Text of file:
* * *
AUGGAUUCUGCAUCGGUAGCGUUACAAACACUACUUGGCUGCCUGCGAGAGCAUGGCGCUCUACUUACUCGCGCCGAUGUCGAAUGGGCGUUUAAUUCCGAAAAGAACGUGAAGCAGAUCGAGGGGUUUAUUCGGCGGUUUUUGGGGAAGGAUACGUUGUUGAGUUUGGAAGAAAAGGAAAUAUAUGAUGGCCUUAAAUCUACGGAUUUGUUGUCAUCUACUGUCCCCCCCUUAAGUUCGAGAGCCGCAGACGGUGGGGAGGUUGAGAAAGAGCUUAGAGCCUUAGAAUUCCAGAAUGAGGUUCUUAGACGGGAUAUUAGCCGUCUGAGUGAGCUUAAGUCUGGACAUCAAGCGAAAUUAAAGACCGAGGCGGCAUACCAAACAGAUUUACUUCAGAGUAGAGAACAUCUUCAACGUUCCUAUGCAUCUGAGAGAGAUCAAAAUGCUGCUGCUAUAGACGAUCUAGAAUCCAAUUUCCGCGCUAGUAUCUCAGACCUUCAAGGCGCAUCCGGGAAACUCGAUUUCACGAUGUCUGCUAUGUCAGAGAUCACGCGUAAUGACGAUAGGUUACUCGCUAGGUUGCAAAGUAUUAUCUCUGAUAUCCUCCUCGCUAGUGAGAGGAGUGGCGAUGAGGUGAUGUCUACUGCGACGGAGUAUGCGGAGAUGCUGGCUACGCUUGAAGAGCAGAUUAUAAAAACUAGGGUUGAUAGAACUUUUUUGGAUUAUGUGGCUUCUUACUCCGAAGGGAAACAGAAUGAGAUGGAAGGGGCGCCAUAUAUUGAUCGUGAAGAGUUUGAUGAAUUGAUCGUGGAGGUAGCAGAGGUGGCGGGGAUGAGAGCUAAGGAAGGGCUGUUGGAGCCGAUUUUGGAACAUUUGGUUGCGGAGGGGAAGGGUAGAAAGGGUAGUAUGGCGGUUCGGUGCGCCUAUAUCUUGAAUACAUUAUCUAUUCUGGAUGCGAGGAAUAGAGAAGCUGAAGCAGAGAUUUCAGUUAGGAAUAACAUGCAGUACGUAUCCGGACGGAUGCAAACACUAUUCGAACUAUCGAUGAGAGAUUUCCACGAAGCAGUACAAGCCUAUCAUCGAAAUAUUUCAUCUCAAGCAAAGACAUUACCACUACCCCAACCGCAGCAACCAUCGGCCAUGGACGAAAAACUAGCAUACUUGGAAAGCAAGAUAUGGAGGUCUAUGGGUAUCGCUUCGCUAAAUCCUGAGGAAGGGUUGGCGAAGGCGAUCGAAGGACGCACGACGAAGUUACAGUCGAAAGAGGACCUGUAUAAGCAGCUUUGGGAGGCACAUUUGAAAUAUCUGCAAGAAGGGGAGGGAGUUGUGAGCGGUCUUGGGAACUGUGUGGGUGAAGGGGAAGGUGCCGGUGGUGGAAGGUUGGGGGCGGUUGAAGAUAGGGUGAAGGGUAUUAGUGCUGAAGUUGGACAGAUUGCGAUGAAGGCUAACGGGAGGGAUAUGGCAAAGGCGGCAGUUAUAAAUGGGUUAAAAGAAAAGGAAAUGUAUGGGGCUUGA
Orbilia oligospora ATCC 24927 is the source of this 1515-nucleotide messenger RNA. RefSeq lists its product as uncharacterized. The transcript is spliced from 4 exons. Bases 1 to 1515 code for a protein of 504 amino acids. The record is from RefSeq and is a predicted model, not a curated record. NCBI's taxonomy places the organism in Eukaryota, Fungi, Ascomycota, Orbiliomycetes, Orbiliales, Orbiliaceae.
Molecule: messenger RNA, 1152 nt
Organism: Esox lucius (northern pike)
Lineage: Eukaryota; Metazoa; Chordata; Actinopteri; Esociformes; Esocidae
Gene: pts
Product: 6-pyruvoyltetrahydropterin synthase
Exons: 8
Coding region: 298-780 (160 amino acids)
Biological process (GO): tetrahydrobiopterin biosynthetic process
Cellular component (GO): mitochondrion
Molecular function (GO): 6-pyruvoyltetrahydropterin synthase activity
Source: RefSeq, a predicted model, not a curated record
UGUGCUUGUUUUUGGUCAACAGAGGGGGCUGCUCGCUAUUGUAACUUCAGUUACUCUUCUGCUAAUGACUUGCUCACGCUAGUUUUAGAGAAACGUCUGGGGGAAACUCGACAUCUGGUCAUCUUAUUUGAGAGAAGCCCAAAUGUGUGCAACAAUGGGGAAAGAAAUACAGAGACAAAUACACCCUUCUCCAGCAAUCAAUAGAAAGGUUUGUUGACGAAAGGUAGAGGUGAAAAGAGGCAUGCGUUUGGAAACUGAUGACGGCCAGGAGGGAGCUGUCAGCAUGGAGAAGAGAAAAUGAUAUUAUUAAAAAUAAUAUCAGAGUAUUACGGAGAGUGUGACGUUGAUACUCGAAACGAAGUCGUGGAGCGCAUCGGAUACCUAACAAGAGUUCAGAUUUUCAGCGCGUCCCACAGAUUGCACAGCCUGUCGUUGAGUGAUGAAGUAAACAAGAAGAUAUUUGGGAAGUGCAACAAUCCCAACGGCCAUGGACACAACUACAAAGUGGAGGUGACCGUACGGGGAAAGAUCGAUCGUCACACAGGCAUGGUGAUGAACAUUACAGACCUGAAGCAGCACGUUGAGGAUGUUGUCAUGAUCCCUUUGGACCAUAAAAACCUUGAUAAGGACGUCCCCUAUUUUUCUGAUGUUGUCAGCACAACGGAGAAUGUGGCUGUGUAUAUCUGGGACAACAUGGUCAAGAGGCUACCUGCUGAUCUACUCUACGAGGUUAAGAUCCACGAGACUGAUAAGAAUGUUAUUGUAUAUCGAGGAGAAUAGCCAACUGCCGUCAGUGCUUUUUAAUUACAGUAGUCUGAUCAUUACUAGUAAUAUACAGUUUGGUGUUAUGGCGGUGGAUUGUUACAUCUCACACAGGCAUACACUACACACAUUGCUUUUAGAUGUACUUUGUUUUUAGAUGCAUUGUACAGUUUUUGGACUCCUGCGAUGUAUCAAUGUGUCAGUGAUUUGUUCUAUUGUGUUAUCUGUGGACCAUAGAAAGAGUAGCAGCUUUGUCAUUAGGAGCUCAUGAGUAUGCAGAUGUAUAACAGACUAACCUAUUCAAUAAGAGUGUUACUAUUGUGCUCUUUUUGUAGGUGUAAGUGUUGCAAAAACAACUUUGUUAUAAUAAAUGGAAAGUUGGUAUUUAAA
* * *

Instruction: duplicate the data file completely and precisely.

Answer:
AUGGAUUCUGCAUCGGUAGCGUUACAAACACUACUUGGCUGCCUGCGAGAGCAUGGCGCUCUACUUACUCGCGCCGAUGUCGAAUGGGCGUUUAAUUCCGAAAAGAACGUGAAGCAGAUCGAGGGGUUUAUUCGGCGGUUUUUGGGGAAGGAUACGUUGUUGAGUUUGGAAGAAAAGGAAAUAUAUGAUGGCCUUAAAUCUACGGAUUUGUUGUCAUCUACUGUCCCCCCCUUAAGUUCGAGAGCCGCAGACGGUGGGGAGGUUGAGAAAGAGCUUAGAGCCUUAGAAUUCCAGAAUGAGGUUCUUAGACGGGAUAUUAGCCGUCUGAGUGAGCUUAAGUCUGGACAUCAAGCGAAAUUAAAGACCGAGGCGGCAUACCAAACAGAUUUACUUCAGAGUAGAGAACAUCUUCAACGUUCCUAUGCAUCUGAGAGAGAUCAAAAUGCUGCUGCUAUAGACGAUCUAGAAUCCAAUUUCCGCGCUAGUAUCUCAGACCUUCAAGGCGCAUCCGGGAAACUCGAUUUCACGAUGUCUGCUAUGUCAGAGAUCACGCGUAAUGACGAUAGGUUACUCGCUAGGUUGCAAAGUAUUAUCUCUGAUAUCCUCCUCGCUAGUGAGAGGAGUGGCGAUGAGGUGAUGUCUACUGCGACGGAGUAUGCGGAGAUGCUGGCUACGCUUGAAGAGCAGAUUAUAAAAACUAGGGUUGAUAGAACUUUUUUGGAUUAUGUGGCUUCUUACUCCGAAGGGAAACAGAAUGAGAUGGAAGGGGCGCCAUAUAUUGAUCGUGAAGAGUUUGAUGAAUUGAUCGUGGAGGUAGCAGAGGUGGCGGGGAUGAGAGCUAAGGAAGGGCUGUUGGAGCCGAUUUUGGAACAUUUGGUUGCGGAGGGGAAGGGUAGAAAGGGUAGUAUGGCGGUUCGGUGCGCCUAUAUCUUGAAUACAUUAUCUAUUCUGGAUGCGAGGAAUAGAGAAGCUGAAGCAGAGAUUUCAGUUAGGAAUAACAUGCAGUACGUAUCCGGACGGAUGCAAACACUAUUCGAACUAUCGAUGAGAGAUUUCCACGAAGCAGUACAAGCCUAUCAUCGAAAUAUUUCAUCUCAAGCAAAGACAUUACCACUACCCCAACCGCAGCAACCAUCGGCCAUGGACGAAAAACUAGCAUACUUGGAAAGCAAGAUAUGGAGGUCUAUGGGUAUCGCUUCGCUAAAUCCUGAGGAAGGGUUGGCGAAGGCGAUCGAAGGACGCACGACGAAGUUACAGUCGAAAGAGGACCUGUAUAAGCAGCUUUGGGAGGCACAUUUGAAAUAUCUGCAAGAAGGGGAGGGAGUUGUGAGCGGUCUUGGGAACUGUGUGGGUGAAGGGGAAGGUGCCGGUGGUGGAAGGUUGGGGGCGGUUGAAGAUAGGGUGAAGGGUAUUAGUGCUGAAGUUGGACAGAUUGCGAUGAAGGCUAACGGGAGGGAUAUGGCAAAGGCGGCAGUUAUAAAUGGGUUAAAAGAAAAGGAAAUGUAUGGGGCUUGA
Orbilia oligospora ATCC 24927 is the source of this 1515-nucleotide messenger RNA. RefSeq lists its product as uncharacterized. The transcript is spliced from 4 exons. Bases 1 to 1515 code for a protein of 504 amino acids. The record is from RefSeq and is a predicted model, not a curated record. NCBI's taxonomy places the organism in Eukaryota, Fungi, Ascomycota, Orbiliomycetes, Orbiliales, Orbiliaceae.
Molecule: messenger RNA, 1152 nt
Organism: Esox lucius (northern pike)
Lineage: Eukaryota; Metazoa; Chordata; Actinopteri; Esociformes; Esocidae
Gene: pts
Product: 6-pyruvoyltetrahydropterin synthase
Exons: 8
Coding region: 298-780 (160 amino acids)
Biological process (GO): tetrahydrobiopterin biosynthetic process
Cellular component (GO): mitochondrion
Molecular function (GO): 6-pyruvoyltetrahydropterin synthase activity
Source: RefSeq, a predicted model, not a curated record
UGUGCUUGUUUUUGGUCAACAGAGGGGGCUGCUCGCUAUUGUAACUUCAGUUACUCUUCUGCUAAUGACUUGCUCACGCUAGUUUUAGAGAAACGUCUGGGGGAAACUCGACAUCUGGUCAUCUUAUUUGAGAGAAGCCCAAAUGUGUGCAACAAUGGGGAAAGAAAUACAGAGACAAAUACACCCUUCUCCAGCAAUCAAUAGAAAGGUUUGUUGACGAAAGGUAGAGGUGAAAAGAGGCAUGCGUUUGGAAACUGAUGACGGCCAGGAGGGAGCUGUCAGCAUGGAGAAGAGAAAAUGAUAUUAUUAAAAAUAAUAUCAGAGUAUUACGGAGAGUGUGACGUUGAUACUCGAAACGAAGUCGUGGAGCGCAUCGGAUACCUAACAAGAGUUCAGAUUUUCAGCGCGUCCCACAGAUUGCACAGCCUGUCGUUGAGUGAUGAAGUAAACAAGAAGAUAUUUGGGAAGUGCAACAAUCCCAACGGCCAUGGACACAACUACAAAGUGGAGGUGACCGUACGGGGAAAGAUCGAUCGUCACACAGGCAUGGUGAUGAACAUUACAGACCUGAAGCAGCACGUUGAGGAUGUUGUCAUGAUCCCUUUGGACCAUAAAAACCUUGAUAAGGACGUCCCCUAUUUUUCUGAUGUUGUCAGCACAACGGAGAAUGUGGCUGUGUAUAUCUGGGACAACAUGGUCAAGAGGCUACCUGCUGAUCUACUCUACGAGGUUAAGAUCCACGAGACUGAUAAGAAUGUUAUUGUAUAUCGAGGAGAAUAGCCAACUGCCGUCAGUGCUUUUUAAUUACAGUAGUCUGAUCAUUACUAGUAAUAUACAGUUUGGUGUUAUGGCGGUGGAUUGUUACAUCUCACACAGGCAUACACUACACACAUUGCUUUUAGAUGUACUUUGUUUUUAGAUGCAUUGUACAGUUUUUGGACUCCUGCGAUGUAUCAAUGUGUCAGUGAUUUGUUCUAUUGUGUUAUCUGUGGACCAUAGAAAGAGUAGCAGCUUUGUCAUUAGGAGCUCAUGAGUAUGCAGAUGUAUAACAGACUAACCUAUUCAAUAAGAGUGUUACUAUUGUGCUCUUUUUGUAGGUGUAAGUGUUGCAAAAACAACUUUGUUAUAAUAAAUGGAAAGUUGGUAUUUAAA